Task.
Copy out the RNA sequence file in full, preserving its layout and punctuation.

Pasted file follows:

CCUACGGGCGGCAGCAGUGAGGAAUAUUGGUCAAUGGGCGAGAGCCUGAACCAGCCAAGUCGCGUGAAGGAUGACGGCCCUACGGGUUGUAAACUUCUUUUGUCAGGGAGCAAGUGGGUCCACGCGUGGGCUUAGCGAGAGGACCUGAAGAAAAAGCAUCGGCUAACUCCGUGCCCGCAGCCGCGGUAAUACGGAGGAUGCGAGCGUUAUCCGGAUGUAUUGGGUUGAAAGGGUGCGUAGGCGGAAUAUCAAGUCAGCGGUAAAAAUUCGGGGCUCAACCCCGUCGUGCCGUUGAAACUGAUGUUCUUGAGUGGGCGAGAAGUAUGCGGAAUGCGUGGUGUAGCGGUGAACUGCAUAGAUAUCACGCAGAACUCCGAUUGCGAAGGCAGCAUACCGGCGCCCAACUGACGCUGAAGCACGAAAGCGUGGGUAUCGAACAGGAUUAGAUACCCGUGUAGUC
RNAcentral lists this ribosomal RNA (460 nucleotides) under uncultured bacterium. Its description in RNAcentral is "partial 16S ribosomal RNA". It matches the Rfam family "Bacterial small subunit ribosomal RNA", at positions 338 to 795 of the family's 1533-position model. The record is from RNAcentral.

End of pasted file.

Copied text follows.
CCUACGGGCGGCAGCAGUGAGGAAUAUUGGUCAAUGGGCGAGAGCCUGAACCAGCCAAGUCGCGUGAAGGAUGACGGCCCUACGGGUUGUAAACUUCUUUUGUCAGGGAGCAAGUGGGUCCACGCGUGGGCUUAGCGAGAGGACCUGAAGAAAAAGCAUCGGCUAACUCCGUGCCCGCAGCCGCGGUAAUACGGAGGAUGCGAGCGUUAUCCGGAUGUAUUGGGUUGAAAGGGUGCGUAGGCGGAAUAUCAAGUCAGCGGUAAAAAUUCGGGGCUCAACCCCGUCGUGCCGUUGAAACUGAUGUUCUUGAGUGGGCGAGAAGUAUGCGGAAUGCGUGGUGUAGCGGUGAACUGCAUAGAUAUCACGCAGAACUCCGAUUGCGAAGGCAGCAUACCGGCGCCCAACUGACGCUGAAGCACGAAAGCGUGGGUAUCGAACAGGAUUAGAUACCCGUGUAGUC
RNAcentral lists this ribosomal RNA (460 nucleotides) under uncultured bacterium. Its description in RNAcentral is "partial 16S ribosomal RNA". It matches the Rfam family "Bacterial small subunit ribosomal RNA", at positions 338 to 795 of the family's 1533-position model. The record is from RNAcentral.